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  • Q&A with Australian Health Practitioners

    How do I cope with my husband's depression?

    My husband has been diagnosed with depression. He is on medication and he will not talk to me about it and now he has decided to move out on his own. Financially I could not cope on my own. I feel he is bringing me down as well.
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  • Richard Hill

    Counsellor, Psychotherapist

    Resident counsellor/psychotherapist at the Davis Health Centre with a solution focused approach; an international lecturer on the neuroscience and psychosocial genomics of human behaviour; author … View Profile

    Although your husband's problems are very difficult and concerning, it is important to first look at your story. In the Curiosity Approach we try to look at a problem and first see what messages might be in the background. Some of your problems are actually very important messages that you need to acknowledge.

    The first big message is that you feel you cannot manage financially on your own. This is a problem that faces many people like you in a situation like this, but this is something you can do something about. By getting some financial advice into your situation you may find that there is a way you can manage. The message in your problem is that you don;t know enough about finances to work it out for yourself. I understand that you may not have the money to see and accountant. How about you go down to your bank and ask to see a finanacial advisor. That will be a free service and might get you started in learning how to look after yourself.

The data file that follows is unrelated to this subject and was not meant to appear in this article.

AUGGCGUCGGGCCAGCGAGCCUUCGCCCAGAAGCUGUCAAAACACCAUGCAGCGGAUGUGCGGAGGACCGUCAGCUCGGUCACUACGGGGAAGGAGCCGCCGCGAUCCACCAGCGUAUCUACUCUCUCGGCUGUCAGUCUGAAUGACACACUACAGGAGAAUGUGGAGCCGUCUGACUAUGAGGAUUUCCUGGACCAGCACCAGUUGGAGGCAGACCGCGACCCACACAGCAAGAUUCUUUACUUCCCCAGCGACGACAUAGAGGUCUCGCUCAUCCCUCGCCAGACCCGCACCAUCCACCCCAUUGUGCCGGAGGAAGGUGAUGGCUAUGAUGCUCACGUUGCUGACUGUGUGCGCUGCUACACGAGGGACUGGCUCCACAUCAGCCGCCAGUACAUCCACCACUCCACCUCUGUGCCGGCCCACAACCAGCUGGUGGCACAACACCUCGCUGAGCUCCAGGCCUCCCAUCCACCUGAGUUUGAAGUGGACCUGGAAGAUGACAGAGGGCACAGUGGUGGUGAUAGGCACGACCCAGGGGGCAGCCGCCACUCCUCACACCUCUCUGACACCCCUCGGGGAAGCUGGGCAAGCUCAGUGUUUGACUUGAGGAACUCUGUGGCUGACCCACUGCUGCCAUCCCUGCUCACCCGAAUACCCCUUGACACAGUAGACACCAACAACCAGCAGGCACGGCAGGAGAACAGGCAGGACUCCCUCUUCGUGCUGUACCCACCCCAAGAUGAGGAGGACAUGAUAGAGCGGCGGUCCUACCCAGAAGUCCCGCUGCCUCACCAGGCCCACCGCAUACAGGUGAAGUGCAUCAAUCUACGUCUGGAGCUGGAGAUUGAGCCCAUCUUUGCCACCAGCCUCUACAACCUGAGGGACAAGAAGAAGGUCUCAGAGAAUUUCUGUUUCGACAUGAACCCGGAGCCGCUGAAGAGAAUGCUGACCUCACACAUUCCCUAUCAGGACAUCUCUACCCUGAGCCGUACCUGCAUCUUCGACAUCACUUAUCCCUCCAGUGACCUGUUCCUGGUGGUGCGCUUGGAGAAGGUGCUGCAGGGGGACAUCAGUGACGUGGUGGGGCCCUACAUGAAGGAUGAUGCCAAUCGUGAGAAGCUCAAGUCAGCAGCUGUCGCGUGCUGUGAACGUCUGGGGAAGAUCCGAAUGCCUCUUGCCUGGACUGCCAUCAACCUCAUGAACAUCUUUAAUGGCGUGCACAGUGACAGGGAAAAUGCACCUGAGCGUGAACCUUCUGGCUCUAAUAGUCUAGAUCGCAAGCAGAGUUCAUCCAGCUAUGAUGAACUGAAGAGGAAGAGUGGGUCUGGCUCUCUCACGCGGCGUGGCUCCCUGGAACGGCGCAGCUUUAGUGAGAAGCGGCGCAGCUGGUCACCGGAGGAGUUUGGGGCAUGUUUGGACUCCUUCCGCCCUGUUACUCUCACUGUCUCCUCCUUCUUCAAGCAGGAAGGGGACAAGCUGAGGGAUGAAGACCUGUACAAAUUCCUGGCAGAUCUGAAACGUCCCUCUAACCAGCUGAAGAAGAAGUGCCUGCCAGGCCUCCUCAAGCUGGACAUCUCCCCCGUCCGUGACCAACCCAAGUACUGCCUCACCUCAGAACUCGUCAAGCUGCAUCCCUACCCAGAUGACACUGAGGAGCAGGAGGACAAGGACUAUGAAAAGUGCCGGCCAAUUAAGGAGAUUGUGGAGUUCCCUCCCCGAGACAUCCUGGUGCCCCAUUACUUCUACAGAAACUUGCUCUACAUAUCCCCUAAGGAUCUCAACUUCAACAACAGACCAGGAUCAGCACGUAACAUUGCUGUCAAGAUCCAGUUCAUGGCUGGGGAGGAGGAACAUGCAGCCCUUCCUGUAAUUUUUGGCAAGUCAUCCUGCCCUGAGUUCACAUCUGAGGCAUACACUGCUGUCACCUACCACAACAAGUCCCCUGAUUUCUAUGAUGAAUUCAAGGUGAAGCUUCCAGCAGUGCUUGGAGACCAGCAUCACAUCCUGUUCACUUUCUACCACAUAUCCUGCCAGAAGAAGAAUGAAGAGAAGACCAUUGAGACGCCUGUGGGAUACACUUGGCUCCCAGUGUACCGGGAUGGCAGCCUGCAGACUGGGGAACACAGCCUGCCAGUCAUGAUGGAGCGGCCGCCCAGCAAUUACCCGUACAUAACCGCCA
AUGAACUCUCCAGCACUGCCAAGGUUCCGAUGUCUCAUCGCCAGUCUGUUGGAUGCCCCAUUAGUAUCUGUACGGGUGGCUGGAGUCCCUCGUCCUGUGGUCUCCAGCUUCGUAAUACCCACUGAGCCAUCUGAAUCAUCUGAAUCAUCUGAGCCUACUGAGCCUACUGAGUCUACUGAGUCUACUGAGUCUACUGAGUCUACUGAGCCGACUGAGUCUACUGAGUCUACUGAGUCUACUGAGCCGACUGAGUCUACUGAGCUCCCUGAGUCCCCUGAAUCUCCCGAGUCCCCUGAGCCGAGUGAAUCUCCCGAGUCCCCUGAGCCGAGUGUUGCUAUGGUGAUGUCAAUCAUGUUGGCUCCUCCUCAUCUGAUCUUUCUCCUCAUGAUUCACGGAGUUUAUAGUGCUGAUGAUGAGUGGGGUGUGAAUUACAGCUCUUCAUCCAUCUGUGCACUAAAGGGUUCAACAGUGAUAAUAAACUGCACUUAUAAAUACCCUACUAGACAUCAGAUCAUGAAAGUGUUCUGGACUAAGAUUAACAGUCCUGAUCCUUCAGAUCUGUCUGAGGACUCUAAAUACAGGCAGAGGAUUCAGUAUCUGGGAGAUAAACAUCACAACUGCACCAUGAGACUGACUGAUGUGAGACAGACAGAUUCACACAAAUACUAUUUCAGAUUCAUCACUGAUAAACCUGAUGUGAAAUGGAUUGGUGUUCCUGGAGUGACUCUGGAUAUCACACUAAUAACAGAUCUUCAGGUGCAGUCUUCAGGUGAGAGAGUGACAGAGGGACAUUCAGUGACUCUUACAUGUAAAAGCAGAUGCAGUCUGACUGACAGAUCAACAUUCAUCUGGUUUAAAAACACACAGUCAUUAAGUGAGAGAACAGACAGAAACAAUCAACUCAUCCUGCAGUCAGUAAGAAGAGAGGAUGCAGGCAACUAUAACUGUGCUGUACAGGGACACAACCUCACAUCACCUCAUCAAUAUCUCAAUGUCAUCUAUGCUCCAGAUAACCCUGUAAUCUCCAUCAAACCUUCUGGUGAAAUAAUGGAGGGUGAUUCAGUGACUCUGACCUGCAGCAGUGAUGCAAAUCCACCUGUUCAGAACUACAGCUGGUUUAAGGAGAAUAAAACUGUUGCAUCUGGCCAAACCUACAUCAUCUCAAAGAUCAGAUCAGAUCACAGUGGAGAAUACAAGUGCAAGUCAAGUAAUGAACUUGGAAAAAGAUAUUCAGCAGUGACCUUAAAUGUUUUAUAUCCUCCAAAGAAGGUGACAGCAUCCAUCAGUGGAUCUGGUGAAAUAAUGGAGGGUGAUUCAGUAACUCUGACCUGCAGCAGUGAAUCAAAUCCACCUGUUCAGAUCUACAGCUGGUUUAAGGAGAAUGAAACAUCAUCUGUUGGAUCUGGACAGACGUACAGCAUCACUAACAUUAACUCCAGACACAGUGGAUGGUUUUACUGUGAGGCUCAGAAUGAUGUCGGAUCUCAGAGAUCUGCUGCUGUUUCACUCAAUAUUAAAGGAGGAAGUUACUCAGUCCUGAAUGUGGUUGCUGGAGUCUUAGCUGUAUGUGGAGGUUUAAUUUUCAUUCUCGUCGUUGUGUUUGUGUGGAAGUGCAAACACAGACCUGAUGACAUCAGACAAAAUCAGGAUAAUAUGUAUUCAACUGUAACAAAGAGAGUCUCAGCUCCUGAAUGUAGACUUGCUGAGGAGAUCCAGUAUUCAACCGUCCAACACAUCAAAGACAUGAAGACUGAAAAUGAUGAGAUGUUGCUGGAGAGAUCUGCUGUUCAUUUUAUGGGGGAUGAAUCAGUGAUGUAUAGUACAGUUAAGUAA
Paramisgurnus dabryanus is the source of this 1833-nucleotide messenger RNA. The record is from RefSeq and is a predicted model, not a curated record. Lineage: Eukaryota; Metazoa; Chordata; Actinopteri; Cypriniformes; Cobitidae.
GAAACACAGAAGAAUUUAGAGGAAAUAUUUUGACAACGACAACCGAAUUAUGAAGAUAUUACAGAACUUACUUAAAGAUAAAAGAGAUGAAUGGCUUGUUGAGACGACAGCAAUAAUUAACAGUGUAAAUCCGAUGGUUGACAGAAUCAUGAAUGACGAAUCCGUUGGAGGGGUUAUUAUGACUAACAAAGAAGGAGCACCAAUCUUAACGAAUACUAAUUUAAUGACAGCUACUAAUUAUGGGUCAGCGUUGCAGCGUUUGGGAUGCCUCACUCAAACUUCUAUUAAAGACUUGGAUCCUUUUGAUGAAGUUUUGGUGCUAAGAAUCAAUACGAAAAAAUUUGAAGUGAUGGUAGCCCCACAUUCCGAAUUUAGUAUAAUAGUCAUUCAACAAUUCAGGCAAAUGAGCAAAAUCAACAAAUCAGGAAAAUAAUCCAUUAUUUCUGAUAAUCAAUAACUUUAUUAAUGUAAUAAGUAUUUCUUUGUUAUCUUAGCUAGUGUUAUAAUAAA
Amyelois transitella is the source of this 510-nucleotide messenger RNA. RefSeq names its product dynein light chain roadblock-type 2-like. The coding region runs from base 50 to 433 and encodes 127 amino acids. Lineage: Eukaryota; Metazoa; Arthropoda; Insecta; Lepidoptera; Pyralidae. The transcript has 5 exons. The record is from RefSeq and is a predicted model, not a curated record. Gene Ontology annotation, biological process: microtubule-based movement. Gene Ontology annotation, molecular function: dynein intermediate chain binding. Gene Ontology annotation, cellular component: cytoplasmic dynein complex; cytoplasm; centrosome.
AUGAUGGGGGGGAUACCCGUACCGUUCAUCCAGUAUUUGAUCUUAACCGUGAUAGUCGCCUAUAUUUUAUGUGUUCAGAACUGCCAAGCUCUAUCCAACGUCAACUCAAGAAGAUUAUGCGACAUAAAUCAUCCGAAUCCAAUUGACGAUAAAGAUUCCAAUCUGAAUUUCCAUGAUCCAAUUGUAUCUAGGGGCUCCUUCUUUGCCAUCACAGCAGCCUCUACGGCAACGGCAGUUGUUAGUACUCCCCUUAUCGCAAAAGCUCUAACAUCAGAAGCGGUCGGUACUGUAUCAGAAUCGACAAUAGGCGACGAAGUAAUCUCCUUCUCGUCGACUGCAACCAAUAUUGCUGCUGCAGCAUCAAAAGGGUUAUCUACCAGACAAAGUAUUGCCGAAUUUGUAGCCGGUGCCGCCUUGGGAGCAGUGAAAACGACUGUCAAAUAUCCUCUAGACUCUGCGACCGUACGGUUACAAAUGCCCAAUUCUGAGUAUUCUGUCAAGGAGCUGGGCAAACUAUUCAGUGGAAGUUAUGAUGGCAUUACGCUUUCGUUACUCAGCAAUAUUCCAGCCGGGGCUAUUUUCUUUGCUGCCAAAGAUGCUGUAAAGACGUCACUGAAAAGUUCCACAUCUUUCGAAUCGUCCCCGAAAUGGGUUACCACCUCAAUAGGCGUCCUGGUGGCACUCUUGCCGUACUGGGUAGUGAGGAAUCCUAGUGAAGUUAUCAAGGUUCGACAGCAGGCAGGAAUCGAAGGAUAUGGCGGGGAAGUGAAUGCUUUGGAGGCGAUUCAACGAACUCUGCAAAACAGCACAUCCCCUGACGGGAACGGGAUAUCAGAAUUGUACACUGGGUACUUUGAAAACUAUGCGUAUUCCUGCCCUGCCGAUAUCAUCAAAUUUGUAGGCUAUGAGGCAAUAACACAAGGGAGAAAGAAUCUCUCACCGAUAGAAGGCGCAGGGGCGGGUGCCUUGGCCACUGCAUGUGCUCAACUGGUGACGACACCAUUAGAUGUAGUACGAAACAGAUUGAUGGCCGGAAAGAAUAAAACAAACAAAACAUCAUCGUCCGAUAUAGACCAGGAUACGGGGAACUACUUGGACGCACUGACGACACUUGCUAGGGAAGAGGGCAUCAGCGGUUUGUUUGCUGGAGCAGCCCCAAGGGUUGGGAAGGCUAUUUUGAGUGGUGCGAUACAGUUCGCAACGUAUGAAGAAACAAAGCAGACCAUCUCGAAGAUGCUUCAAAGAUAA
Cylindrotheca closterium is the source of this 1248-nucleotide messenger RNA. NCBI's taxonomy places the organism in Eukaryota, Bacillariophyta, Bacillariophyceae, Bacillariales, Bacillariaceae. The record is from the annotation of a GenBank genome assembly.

Another important message seems to be that you are also saying that you are deeply hurt by the way your husband is not communicating. The problem is that he is closing down, but the message is that this disturbs you and stops you from acting like the loving partner you want to be. Your problems loudly shout the message that you feel out of control and abandoned. This is a very unpleasant state of affairs for you, indeed.

    So, you need to get back a bit of control by getting some helpful information about how to manage pragmatic things like finances, bills etc AND  it will also be helpful to find some people who can support you emotionally - a friend, relative, someone from your church/social group/community services - so that you are not dealing with this on your own. In some ways, that is what your husband is doing (shutting off and doing it alone) and you can see how unhelpful that is to the situation.

    I have suggested these two places to make a start. There is bound to be more to it than just those two things, but it is a start that might lighten the load. Sometimes we are only able to lighten the load, but that can make the situation bearable. Then you can take further steps on the pathway toward making some sense of this troubling time.

    I hope this gives you a start that enables you to come out from the feeling of dependence on your husband and to realise a little more of your own strengths. A number of small steps forward can be as effective as a large bound. My best wishes to you.

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